Dialysis nurses work in a fast-paced environment, supervising technicians who care for patients suffering from kidney failure.
At a larger clinic such as DaVita’s in St. Louis Park, each nurse is responsible for up to 14 patients at a time. Patient care technicians do most of the direct care, taking patients’ weights and pre-treatment vital signs and monitoring the dialysis equipment and patients’ blood pressure during each treatment, which may last three to six hours. Nurses perform patient assessments, administer medication and intervene as patients’ needs arise, according to Kaylene Krauter, RN, a nurse at that clinic.
Krauter, who previously worked at a kidney transplant clinic, trained for dialysis on the job. She currently works a rotating schedule, either Monday-Wednesday-Friday or Tuesday-Thursday-Saturday.
“Either way we put in about 12 hours a day,” Krauter explains. “We always need help so we always have the opportunity to pick up hours.”
While the pace is challenging, Krauter enjoys the patients. “They’re there three days a week, so you get to know them pretty well,” she explains. “When they’re feeling good, you know you’re doing a good job.”
That much patient contact may pose its own challenges, according to Lynne Hamilton, RN, clinic manager at Fresenius Dialysis in St. Paul. “There sometimes can be boundary issues,” Hamilton says. “Sometimes they treat you like a family member and they can vent their anger at you, and it’s not intentional.”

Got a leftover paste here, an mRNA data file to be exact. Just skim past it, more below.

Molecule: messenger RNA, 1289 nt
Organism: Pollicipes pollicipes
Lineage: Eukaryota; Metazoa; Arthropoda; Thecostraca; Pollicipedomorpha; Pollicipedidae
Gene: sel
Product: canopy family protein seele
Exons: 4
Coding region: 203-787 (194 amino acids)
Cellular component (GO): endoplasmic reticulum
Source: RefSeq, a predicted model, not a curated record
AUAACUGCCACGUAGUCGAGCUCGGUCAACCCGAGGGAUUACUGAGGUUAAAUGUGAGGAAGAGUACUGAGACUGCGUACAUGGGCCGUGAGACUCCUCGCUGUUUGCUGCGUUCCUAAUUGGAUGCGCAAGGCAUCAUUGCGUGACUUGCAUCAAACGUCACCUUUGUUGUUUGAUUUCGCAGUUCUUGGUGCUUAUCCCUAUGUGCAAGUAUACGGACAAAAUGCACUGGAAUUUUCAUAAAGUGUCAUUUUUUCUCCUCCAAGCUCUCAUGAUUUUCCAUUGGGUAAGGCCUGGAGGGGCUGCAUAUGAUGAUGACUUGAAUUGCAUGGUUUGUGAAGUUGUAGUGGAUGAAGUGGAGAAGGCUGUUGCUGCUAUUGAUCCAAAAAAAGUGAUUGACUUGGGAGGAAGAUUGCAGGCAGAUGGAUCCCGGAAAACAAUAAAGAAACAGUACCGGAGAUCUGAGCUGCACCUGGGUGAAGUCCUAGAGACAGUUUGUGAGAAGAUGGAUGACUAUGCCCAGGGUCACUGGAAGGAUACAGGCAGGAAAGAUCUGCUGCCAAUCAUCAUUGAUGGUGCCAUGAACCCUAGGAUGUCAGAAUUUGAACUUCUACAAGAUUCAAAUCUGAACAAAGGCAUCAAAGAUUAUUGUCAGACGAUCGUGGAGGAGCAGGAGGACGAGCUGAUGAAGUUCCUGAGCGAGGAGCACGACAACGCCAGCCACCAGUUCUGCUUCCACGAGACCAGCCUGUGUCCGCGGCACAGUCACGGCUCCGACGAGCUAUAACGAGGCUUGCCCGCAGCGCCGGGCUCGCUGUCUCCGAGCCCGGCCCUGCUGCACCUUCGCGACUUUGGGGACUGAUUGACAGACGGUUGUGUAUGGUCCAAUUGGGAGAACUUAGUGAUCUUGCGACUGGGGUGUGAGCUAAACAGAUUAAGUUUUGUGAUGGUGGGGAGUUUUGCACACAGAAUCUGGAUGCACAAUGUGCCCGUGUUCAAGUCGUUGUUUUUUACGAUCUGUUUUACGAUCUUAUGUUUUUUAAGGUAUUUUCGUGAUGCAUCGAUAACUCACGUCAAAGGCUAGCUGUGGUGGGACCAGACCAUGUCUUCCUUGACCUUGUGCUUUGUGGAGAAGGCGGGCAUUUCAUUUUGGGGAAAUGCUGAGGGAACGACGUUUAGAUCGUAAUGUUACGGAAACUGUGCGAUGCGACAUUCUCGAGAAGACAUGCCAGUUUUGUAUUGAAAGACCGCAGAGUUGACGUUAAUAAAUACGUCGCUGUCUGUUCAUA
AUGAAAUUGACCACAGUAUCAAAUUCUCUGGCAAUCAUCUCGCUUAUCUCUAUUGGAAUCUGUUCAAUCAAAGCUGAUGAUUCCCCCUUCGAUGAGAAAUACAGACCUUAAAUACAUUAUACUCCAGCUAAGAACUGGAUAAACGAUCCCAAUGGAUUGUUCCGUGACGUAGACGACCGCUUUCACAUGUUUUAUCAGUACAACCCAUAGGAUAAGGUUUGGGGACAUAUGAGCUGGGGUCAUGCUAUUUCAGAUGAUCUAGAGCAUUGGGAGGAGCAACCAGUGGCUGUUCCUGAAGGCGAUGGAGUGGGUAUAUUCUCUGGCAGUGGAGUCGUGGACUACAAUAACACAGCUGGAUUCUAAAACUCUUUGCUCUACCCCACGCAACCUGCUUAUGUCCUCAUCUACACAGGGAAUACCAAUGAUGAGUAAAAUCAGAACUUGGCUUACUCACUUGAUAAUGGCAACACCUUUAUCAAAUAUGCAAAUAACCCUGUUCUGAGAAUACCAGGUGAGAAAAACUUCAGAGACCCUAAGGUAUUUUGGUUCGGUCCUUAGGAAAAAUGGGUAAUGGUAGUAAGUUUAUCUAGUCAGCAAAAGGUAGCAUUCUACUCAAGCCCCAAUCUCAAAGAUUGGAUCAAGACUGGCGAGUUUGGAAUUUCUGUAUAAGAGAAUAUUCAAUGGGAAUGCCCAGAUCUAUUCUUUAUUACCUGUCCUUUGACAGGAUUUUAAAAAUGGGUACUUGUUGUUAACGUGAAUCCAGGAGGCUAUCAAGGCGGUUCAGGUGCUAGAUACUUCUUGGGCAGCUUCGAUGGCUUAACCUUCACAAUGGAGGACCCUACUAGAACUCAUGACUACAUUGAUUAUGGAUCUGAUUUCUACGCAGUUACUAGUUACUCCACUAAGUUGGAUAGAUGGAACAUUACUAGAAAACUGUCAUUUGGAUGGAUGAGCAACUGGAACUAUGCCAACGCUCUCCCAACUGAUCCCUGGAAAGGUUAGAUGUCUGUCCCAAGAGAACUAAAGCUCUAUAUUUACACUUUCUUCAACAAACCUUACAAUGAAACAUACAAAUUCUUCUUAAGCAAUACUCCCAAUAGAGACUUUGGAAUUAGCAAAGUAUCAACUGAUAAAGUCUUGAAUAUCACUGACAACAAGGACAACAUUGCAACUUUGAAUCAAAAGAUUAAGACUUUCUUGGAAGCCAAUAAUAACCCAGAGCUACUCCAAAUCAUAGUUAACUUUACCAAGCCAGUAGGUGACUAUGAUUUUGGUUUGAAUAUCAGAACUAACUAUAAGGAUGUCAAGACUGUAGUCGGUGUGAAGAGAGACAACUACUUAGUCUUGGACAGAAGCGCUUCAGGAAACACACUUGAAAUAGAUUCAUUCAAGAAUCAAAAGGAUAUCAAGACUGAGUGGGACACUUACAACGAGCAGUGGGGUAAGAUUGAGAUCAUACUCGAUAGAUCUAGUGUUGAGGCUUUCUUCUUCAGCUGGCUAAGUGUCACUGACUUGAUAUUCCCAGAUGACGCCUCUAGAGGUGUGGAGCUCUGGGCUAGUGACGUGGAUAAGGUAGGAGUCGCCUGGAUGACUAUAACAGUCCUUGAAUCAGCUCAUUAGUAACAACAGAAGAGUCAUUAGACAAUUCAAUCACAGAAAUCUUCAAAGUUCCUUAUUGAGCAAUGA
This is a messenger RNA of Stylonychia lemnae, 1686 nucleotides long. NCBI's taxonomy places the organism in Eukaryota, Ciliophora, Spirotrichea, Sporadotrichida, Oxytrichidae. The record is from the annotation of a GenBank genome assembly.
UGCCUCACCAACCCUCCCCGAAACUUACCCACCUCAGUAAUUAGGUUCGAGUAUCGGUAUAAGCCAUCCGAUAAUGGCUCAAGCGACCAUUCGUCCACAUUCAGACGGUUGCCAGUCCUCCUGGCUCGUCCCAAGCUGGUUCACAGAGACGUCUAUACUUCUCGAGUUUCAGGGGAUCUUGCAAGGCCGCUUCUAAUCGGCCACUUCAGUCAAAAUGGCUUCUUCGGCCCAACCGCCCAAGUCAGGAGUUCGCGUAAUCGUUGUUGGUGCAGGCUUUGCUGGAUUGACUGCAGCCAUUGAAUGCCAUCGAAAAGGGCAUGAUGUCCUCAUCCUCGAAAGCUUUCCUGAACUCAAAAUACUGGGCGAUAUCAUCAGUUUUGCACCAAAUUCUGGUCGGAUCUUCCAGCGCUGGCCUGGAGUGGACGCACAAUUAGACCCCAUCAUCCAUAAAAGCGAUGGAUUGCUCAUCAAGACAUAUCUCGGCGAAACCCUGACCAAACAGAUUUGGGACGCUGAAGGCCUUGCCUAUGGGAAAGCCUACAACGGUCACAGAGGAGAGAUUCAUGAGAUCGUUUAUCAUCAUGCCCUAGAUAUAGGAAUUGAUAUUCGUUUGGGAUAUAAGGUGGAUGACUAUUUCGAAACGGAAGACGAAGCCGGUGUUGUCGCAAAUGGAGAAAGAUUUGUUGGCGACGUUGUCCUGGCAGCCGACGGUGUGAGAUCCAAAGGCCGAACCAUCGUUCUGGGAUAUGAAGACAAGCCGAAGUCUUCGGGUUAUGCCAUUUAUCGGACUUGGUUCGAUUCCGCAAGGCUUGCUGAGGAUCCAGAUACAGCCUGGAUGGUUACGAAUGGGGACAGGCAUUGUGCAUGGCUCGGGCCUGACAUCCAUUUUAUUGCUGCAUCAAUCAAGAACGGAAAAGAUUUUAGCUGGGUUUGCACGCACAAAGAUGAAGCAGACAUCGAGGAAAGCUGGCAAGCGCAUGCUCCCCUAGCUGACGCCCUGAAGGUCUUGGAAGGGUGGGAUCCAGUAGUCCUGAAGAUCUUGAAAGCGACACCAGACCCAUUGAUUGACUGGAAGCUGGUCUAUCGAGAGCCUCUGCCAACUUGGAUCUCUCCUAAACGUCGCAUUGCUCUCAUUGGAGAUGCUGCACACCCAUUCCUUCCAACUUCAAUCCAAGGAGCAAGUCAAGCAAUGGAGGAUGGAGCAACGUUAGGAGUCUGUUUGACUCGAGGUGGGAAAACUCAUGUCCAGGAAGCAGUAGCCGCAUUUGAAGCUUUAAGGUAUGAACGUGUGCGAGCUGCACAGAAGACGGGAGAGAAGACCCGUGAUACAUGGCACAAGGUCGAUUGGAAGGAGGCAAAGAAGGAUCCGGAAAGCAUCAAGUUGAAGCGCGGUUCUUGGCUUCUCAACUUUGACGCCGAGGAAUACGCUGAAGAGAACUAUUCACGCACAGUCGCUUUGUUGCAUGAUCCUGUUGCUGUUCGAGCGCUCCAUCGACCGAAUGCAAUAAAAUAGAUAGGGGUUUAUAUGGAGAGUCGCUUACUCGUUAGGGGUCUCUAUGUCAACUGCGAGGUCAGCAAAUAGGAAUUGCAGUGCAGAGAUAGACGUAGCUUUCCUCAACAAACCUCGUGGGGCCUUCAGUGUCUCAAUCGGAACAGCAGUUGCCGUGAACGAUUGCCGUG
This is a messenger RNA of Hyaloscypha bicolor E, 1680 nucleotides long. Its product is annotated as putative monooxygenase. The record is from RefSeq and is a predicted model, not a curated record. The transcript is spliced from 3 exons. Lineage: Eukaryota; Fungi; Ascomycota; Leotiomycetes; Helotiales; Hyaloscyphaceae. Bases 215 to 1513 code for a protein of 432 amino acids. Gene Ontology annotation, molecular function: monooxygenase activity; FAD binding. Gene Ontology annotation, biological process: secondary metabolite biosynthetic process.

Hospital Experience Counts
Nurses with hospital experience have an easier time adjusting to the dialysis environment, according to Hamilton, a 33-year veteran. “There's a lot of independent thinking,” she says. “You have to be confident in your nursing assessment skills, because unlike the hospitals, we do not have a physician here every day. Plus, you have to be comfortable working with equipment and able to interpret what’s going on with the patient and what's going on with the machine. And you have to multitask effectively.”
Physicians visit only once or twice a month, and must rely on nurses’ assessments. “It’s a cohesive relationship,” Hamilton says. “They listen to your recommendations.”
Pay for dialysis nurses is commensurate with hospital nurses’ pay in the Twin Cities. The current job outlook may be tight, but Krauter believes there’s a good future in dialysis. “There’s always going to be kidney failure so there’s always going to be a need for it,” she says.